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  • 1. Ambort, D.
    et al.
    Johansson, M.E.V.
    Gustafsson, J. K.
    Nilsson, Harriet
    KTH, School of Engineering Sciences in Chemistry, Biotechnology and Health (CBH), Biomedical Engineering and Health Systems, Structural Biotechnology.
    Ermund, A.
    Johansson, B.R.
    Koeck, Philip J. B.
    KTH, School of Technology and Health (STH), Structural Biotechnology (Closed 20130701).
    Hebert, Hans
    KTH, School of Technology and Health (STH), Structural Biotechnology (Closed 20130701).
    Hansson, G.C.
    Calcium and pH-dependent packing and release of the gel-forming MUC2 mucin2012In: Proceedings of the National Academy of Sciences of the United States of America, ISSN 0027-8424, E-ISSN 1091-6490, Vol. 109, no 15, p. 5645-5650Article in journal (Refereed)
    Abstract [en]

    MUC2, the major colonic mucin, forms large polymers by N-terminal trimerization and C-terminal dimerization. Although the assembly process for MUC2 is established, it is not known how MUC2 is packed in the regulated secretory granulae of the goblet cell. When the N-terminal VWD1-D2-D'D3 domains (MUC2-N) were expressed in a goblet-like cell line, the protein was stored together with full-length MUC2. By mimicking the pH and calcium conditions of the secretory pathway we analyzed purified MUC2-N by gel filtration, density gradient centrifugation, and transmission electron microscopy. At pH 7.4 the MUC2-N trimer eluted as a single peak by gel filtration. At pH 6.2 with Ca2+ it formed large aggregates that did not enter the gel filtration column but were made visible after density gradient centrifugation. Electron microscopy studies revealed that the aggregates were composed of rings also observed in secretory granulae of colon tissue sections. TheMUC2-N aggregates were dissolved by removing Ca2+ and raising pH. After release from goblet cells, the unfolded full-length MUC2 formed stratified layers. These findings suggest a model for mucin packing in the granulae and the mechanism for mucin release, unfolding, and expansion.

  • 2. Gustafsson, JK
    et al.
    Ermund, Anna
    Ambort, Daniel
    Johansson, MEV
    Nilsson, Harriet
    KTH, School of Engineering Sciences in Chemistry, Biotechnology and Health (CBH), Biomedical Engineering and Health Systems, Structural Biotechnology.
    Thorell, K
    Hebert, Hans
    Karolinska Institutet, Sweden .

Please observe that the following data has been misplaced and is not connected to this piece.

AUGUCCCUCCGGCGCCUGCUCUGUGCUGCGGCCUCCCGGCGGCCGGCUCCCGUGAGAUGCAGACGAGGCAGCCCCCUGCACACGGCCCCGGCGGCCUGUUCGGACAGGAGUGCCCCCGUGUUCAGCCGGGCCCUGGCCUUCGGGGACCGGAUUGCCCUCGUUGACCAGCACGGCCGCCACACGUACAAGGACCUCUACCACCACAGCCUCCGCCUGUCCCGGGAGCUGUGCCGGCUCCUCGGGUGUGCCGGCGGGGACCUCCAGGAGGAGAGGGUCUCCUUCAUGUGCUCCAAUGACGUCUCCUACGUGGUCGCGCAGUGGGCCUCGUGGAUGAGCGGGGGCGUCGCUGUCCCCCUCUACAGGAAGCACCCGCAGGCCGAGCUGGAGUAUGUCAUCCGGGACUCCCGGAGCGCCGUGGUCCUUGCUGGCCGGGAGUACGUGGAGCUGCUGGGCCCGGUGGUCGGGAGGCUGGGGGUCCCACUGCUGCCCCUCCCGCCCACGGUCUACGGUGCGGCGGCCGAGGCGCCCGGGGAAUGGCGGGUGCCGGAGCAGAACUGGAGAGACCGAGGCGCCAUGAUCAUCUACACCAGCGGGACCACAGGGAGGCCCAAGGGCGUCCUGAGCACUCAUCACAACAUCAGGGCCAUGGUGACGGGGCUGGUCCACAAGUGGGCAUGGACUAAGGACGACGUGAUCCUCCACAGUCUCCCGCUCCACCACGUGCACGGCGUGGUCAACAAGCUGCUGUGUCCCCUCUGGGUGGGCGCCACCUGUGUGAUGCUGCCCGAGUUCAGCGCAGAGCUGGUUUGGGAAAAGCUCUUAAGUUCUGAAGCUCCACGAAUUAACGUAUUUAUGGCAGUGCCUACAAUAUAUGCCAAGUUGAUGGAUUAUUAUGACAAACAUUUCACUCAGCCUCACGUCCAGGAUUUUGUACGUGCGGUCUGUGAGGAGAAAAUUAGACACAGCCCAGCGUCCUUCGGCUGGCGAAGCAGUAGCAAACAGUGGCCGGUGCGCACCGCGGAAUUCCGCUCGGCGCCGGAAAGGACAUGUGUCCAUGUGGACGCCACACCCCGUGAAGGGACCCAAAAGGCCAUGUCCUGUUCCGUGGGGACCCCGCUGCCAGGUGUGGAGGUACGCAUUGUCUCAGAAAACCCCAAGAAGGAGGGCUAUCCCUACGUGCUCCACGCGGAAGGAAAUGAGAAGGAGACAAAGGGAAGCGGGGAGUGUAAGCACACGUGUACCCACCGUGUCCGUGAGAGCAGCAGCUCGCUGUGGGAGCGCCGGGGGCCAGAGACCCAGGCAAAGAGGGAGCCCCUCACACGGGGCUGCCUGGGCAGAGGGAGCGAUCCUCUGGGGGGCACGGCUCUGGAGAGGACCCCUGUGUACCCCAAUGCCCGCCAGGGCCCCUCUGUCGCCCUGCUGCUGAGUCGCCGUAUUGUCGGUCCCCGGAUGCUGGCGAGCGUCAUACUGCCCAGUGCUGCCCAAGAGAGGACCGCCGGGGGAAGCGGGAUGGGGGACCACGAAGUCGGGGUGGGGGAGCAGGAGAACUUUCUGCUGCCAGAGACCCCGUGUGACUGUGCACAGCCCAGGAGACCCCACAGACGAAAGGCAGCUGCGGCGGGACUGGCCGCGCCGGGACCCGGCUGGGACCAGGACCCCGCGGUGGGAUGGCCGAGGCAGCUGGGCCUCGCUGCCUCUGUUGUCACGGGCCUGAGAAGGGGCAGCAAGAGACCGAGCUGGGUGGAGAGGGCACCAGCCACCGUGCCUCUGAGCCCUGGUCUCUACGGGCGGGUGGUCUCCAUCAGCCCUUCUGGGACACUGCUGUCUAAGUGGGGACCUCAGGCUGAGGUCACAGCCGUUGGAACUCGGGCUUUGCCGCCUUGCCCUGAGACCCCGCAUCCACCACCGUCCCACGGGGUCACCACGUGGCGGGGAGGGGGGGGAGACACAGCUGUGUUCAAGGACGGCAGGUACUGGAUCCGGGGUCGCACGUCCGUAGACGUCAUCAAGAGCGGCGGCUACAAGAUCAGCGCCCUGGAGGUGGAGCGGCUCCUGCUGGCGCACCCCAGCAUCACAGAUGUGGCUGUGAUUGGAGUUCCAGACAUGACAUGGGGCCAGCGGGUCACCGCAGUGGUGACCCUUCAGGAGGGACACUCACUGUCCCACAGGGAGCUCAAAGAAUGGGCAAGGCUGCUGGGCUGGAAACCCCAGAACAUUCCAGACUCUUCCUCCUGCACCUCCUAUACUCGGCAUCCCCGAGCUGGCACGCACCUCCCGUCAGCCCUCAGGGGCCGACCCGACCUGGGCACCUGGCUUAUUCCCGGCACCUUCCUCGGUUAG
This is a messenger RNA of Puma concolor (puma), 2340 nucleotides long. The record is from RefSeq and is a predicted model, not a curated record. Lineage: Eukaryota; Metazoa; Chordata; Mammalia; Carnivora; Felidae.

Sjövall, H
    Hansson, Gunnar
    Bicarbonate and functional CFTR channel are required for proper mucin secretion and link cystic fibrosis with its mucus phenotype2012In: Journal of Experimental Medicine, ISSN 0022-1007, E-ISSN 1540-9538, Vol. 209, no 7, p. 1263-1272Article in journal (Refereed)
    Abstract [en]

    Cystic fibrosis (CF) is caused by a nonfunctional chloride and bicarbonate ion channel (CF transmembrane regulator [CFTR]), but the link to the phenomenon of stagnant mucus is not well understood. Mice lacking functional CFTR (CftrΔ508) have no lung phenotype but show similar ileal problems to humans. We show that the ileal mucosa in CF have a mucus that adhered to the epithelium, was denser, and was less penetrable than that of wild-type mice. The properties of the ileal mucus of CF mice were normalized by secretion into a high concentration sodium bicarbonate buffer (~100 mM). In addition, bicarbonate added to already formed CF mucus almost completely restored the mucus properties. This knowledge may provide novel therapeutic options for CF.

  • 3.
    Jang, Seongmin
    et al.
    Korea Adv Inst Sci & Technol, Dept Biol Sci, Daejeon 34141, South Korea..
    Kang, Chanshin
    Seoul Natl Univ, Dept Phys & Astron, Seoul 08826, South Korea..
    Yang, Han-Sol
    Sungkyunkwan Univ, Sch Pharm, Suwon 16419, South Korea..
    Jung, Taeyang
    KTH, School of Engineering Sciences in Chemistry, Biotechnology and Health (CBH), Biomedical Engineering and Health Systems, Structural Biotechnology. Karolinska Inst, Dept Biosci & Nutr, S-14152 Huddinge, Sweden..
    Hebert, Hans
    KTH, School of Engineering Sciences in Chemistry, Biotechnology and Health (CBH), Biomedical Engineering and Health Systems, Structural Biotechnology. Karolinska Inst, Dept Biosci & Nutr, S-14152 Huddinge, Sweden..
    Chung, Ka Young
    Sungkyunkwan Univ, Sch Pharm, Suwon 16419, South Korea..
    Kim, Seung Joong
    Korea Adv Inst Sci & Technol, Dept Phys, Daejeon 34141, South Korea..
    Hohng, Sungchul
    Seoul Natl Univ, Dept Phys & Astron, Seoul 08826, South Korea..
    Song, Ji-Joon
    Korea Adv Inst Sci & Technol, Dept Biol Sci, Daejeon 34141, South Korea..
    Structural basis of recognition and destabilization of the histone H2B ubiquitinated nucleosome by the DOT1L histone H3 Lys79 methyltransferase2019In: Genes & Development, ISSN 0890-9369, E-ISSN 1549-5477, Vol. 33, no 11-12, p. 620-625Article in journal (Refereed)
    Abstract [en]